Bellagio Publishing Network  

 BPN Newsletter Issue No 30, May 2002 


Is the future print-on-demand? Increasing revenue for publishers in the 21st century

Views on a seminar held at the London Book Fair, March 2002

Sulaiman Adebowale
Editor, Bellagio Publishing Network

Is the future of publishing an advanced photocopy machine? If indications of the growing interest and advances in digital printing are anything to go by, this might just be so. That today's pinnacle of centuries of printing technology now seems to rest on a photocopy-like machine that prints, binds and trims books to perfection in a short space of time is remarkable, if not slightly galling. Does it mean that the cry for huge investment in sophisticated offset printing technology in the developing world may now seem foolhardy? Sadly/happily, the answer may just be a resounding yes.

At a seminar organized by the British printer Antony Rowe and the photocopier Xerox at the London Book Fair in March 2002, printers and publishers from various parts of the globe explored recent advances in digital printing and key issues in print-on-demand technology, and what they mean for publishing in the 21st century. Though the absence of publishers from Africa at the sessions was striking (it was an open invitation), the issues discussed are not just fundamental to the survival of every small publisher, which includes the bulk of Africa and the developing world as a whole, but also a reflection of one of the directions publishing may be heading in the digital information era. What are the issues in print-on-demand technology? And why should publishers in the South dump the latest offset machine and run for docutech and other digital printers? The issues, though strongly focused on technology, however, actually rest forcefully - as in any technology with the potential for long-lasting impact - on the core of publishing itself. That is, on mundane realities such as how many print runs before break-even or profit?

What are the prospects for subsequent print runs? How can old lists be revived without forcing the company into insolvency? How can an order for fifty copies be fulfilled for an out-of-print edition? Which warehouse to stock books and how do we pay for it etc? These are questions that have long been at the core of publishing and, more importantly, are the same issues the concept of print-on-demand is aiding publishers to address differently.

Print runs, warehousing and going broke: The publishing value chain
There is a point in the publishing value chain that is akin to star gazing or looking through a crystal ball. The ability to determine the right print run for books has been the bane of any publishing project. Though extensive market research and machinery have proved to be invaluable, the print runs of the majority of books published today are either in excess of or, for a lucky few, below the demand for them. This factor means most publishers will calculate roughly the number of copies that can be sold to guarantee a return on investment made, which for the ideal publishing projects usually falls within six to twelve months of first printing. As every publisher is aware, there are obvious pitfalls in this scenario.

Firstly, the ability to break even within the first year requires a tremendous amount of marketing clout and work and, if unachieved, sales must be maintained beyond the first year to over a number of years. In other words, the bulk of books unsold are either sitting in a bookshop, for publishers that can afford the heavy discount clout, in warehouses haemorrhaging rent, or in house basements soaking up flood waters the world over.

Secondly, the number of unsold/yet to be sold/later to be donated or pulped (delete as appropriate to your level of optimism) stock at any given period means tied-up or lost investments for the publisher. This not only delays returns on investment for that particular project, but also hampers the birth of future titles or projects.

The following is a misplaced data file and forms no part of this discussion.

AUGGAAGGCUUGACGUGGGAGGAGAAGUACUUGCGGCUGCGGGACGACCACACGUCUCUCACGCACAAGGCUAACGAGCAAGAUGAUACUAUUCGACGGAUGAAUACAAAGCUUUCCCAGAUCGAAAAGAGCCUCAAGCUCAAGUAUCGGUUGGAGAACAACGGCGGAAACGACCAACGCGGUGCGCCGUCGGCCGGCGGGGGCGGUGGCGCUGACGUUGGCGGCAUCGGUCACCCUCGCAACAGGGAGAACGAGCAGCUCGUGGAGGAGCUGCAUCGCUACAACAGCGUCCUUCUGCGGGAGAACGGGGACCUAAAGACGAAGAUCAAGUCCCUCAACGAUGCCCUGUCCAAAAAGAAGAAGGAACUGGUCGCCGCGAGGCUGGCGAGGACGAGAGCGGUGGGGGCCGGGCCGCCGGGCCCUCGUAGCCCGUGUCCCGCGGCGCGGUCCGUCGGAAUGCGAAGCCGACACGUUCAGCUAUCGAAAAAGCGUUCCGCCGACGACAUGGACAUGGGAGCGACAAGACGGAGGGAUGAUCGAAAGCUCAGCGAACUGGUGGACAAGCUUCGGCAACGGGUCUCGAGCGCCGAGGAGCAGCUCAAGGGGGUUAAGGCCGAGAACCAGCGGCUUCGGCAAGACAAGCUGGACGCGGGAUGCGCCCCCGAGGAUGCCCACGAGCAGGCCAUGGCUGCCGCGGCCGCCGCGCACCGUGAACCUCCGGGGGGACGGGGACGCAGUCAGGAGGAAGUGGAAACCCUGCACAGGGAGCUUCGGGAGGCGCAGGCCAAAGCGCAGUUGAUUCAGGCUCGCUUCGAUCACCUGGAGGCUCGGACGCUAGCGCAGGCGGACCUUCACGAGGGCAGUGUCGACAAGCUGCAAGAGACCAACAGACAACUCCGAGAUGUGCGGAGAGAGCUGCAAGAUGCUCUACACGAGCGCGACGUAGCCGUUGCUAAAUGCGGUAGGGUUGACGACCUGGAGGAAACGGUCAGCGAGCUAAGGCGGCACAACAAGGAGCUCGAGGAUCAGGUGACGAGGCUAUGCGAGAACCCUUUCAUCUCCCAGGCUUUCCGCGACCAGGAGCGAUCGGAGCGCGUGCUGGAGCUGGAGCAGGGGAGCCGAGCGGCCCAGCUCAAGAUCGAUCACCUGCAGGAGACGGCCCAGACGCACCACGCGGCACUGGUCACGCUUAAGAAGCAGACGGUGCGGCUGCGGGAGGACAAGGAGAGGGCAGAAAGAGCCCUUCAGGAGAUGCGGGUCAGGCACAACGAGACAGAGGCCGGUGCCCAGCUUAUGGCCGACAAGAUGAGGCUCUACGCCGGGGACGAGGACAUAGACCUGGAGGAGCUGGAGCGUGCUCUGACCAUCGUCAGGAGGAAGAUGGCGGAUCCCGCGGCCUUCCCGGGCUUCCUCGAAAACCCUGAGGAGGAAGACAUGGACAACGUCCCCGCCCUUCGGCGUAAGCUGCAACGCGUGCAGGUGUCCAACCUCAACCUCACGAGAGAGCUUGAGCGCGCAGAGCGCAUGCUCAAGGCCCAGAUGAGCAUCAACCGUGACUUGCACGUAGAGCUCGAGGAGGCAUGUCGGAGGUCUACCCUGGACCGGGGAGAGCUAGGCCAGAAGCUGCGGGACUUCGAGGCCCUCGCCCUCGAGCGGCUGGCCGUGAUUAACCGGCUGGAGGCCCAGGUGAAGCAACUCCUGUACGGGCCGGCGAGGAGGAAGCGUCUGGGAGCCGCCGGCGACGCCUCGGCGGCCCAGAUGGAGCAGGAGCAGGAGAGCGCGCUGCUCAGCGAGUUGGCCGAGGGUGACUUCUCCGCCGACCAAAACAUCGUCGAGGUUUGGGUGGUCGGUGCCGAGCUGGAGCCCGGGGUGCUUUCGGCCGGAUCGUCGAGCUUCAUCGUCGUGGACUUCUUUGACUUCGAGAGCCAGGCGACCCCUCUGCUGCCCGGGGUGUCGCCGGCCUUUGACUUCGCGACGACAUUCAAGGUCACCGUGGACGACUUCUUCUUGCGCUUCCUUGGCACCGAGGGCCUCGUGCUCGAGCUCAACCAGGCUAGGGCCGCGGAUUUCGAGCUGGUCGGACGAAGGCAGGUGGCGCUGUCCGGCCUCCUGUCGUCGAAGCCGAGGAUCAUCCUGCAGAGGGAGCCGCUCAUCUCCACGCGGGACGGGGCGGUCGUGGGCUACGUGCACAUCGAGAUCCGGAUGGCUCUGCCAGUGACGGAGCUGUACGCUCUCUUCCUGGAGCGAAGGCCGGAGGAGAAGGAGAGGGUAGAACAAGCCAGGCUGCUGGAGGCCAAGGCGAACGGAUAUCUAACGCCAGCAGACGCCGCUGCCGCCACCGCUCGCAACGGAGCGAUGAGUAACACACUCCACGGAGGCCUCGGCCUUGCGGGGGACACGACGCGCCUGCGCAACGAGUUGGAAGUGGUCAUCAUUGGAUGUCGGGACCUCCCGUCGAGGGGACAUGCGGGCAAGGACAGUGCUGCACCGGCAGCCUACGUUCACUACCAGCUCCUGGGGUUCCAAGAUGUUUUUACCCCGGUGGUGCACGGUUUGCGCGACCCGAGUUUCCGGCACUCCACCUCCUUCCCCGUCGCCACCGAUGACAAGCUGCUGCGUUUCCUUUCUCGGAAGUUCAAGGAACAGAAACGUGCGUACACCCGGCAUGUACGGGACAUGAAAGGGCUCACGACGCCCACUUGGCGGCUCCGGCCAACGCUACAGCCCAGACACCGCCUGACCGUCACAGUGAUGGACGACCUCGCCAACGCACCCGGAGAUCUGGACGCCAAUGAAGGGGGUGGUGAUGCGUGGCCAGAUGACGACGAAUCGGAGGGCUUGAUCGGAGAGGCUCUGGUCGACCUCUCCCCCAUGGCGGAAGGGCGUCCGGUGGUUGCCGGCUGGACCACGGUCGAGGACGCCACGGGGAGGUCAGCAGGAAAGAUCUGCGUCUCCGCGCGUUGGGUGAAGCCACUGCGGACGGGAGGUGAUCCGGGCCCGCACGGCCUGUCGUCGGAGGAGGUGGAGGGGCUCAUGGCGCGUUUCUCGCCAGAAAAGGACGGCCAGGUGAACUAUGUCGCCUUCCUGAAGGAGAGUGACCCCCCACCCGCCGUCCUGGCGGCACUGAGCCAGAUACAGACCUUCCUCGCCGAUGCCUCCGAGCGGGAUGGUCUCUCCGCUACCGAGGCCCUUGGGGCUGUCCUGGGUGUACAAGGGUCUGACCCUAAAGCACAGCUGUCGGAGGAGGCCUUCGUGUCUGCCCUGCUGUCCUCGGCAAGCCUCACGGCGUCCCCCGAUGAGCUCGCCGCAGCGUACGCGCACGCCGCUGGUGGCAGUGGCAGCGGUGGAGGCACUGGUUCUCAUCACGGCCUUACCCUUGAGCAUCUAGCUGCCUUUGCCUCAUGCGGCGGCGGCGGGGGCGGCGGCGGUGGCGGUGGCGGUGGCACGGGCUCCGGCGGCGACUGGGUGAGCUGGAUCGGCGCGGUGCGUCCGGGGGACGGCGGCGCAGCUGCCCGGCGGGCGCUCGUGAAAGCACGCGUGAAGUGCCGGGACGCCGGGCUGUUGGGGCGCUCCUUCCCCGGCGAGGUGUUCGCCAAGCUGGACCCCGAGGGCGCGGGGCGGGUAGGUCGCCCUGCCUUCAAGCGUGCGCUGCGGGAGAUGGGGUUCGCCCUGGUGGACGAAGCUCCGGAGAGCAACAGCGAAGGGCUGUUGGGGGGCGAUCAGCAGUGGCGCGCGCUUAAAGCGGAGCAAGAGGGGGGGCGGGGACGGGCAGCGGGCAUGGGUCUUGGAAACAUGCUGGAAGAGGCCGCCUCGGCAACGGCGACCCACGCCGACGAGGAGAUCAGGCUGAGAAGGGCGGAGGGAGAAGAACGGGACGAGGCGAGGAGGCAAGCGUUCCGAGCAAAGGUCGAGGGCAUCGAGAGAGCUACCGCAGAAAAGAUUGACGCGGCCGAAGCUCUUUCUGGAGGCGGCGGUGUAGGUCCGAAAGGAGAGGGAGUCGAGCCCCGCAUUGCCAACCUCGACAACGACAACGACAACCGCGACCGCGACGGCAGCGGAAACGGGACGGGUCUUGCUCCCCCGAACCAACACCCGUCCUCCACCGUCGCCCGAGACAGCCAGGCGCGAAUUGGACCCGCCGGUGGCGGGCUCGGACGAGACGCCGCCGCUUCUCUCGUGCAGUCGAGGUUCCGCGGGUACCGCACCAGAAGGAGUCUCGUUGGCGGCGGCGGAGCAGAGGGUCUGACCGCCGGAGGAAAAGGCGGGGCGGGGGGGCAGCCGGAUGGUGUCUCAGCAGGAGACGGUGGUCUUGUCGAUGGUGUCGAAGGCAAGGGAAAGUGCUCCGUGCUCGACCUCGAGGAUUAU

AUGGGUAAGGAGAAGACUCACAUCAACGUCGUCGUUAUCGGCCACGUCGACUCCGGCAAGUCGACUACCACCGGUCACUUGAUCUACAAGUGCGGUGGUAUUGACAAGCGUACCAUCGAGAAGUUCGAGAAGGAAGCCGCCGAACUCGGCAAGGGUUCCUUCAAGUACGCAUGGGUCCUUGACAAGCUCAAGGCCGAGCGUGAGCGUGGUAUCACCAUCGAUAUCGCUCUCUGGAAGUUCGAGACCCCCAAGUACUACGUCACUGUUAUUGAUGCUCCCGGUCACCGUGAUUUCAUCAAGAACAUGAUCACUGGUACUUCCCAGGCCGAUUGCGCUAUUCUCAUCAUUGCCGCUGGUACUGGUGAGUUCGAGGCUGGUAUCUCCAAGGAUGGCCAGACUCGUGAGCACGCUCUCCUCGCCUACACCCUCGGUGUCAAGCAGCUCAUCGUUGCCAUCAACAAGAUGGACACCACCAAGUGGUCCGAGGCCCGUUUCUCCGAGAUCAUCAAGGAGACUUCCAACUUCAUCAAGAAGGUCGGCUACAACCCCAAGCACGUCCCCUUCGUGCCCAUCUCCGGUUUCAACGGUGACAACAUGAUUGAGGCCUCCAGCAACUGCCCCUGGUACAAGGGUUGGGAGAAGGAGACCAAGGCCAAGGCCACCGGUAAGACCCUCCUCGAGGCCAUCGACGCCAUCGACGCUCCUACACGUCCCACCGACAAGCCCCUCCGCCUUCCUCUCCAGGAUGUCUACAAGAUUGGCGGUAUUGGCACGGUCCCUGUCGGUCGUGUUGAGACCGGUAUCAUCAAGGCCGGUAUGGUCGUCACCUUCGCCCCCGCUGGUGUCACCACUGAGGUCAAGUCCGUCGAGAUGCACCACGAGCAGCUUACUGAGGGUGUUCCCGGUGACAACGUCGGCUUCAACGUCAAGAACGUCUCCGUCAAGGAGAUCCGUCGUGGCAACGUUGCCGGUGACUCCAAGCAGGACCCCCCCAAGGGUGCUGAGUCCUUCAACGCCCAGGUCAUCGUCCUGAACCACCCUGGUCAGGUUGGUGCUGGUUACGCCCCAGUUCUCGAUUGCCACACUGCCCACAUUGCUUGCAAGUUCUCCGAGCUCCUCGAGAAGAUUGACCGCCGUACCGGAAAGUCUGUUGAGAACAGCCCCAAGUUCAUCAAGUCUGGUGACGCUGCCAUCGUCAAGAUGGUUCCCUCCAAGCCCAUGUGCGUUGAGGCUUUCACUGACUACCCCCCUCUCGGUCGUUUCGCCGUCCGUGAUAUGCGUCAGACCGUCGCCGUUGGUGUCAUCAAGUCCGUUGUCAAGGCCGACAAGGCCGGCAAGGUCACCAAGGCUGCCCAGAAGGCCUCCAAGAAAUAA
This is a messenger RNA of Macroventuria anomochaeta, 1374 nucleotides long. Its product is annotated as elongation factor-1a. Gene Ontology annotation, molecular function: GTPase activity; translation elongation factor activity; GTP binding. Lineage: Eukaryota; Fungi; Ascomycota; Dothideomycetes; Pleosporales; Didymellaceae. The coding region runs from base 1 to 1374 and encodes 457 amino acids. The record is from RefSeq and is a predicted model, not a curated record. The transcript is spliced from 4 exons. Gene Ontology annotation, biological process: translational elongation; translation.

Thirdly and more importantly, the scenario has bred a culture that determines the very nature of what is published. Safe publishing projects where returns are quickly gained or not overly delayed attract most of the investment. The ability to sell quickly and immediately takes precedence over the book itself. Furthermore, the process determines the form and quality of the book. The gymnastics of calculating the most profitable or fastest saleable stock impact on the minutest details of book production (from cover design, to level of copyediting, to appropriate indexing required). More money on the production process means more copies of the book must be printed to break even, which inevitably translates to more vigorous and expensive marketing push, warehousing, more chances of bankruptcy etc.

The above scenarios are not necessarily bad, they have shaped the culture of publishing for over four centuries - weeding the weak from the circle; but even the most endowed publishers will acknowledge that these scenarios are restrictive. The concept of print-on-demand is an attempt to break that restriction, and the advent of short run digital printing seems to make it possible. The possibility of being able to print the closest number of copies that is demanded introduces an element of more than just flexibility to the publishing value chain.

In a presentation entitled 'Publishing in the 21st Century', Ad Verweij of Xerox Europe cites the PIRA 1 statistics that half of all ISBN numbered books in the world sell fewer than 250 copies each year. Given that the bulk of titles from publishers in the developing world fall into this category, this statistics should raise concern. Furthermore, despite the global mergers of publishing conglomerates in the last ten years, there is every indication that the bulk of publishers in the entire world are small publishers with titles that do not average more than 250 copies a year. Digital printing technology now makes it possible for those publishers to print just exactly what the market demands without putting much strain on cash flow, those dangerous two words that determine life and everything else in our times. Most printers would agree that traditional offset printing is most profitable for print runs of at least a thousand; anything less is best optimised with digital printing. Printing this thousand equals four years of tied-up investment, if the statistics above are to be believed. Opting for the choice of printing less is strengthened by digital printing.

The chance to publish books by unknown authors and on fringe subjects with very little market potential is exciting, but still limited to the frontiers of where publishing can reach with digital printing. Indigenous language publishing projects in the bulk of the south are hampered by the absence of strong market potential. Languages with a larger population of speakers understandably have a fairer chance of getting published, thereby facilitating the extinction of other languages. In Nigeria, for example, with an estimate of over 250 languages, three main ones (Hausa, Igbo and Yoruba) make up at least 80 per cent of 120 million Nigerians; that is, 247 other languages stand less chance of being published using the traditional publishing process with offset printing.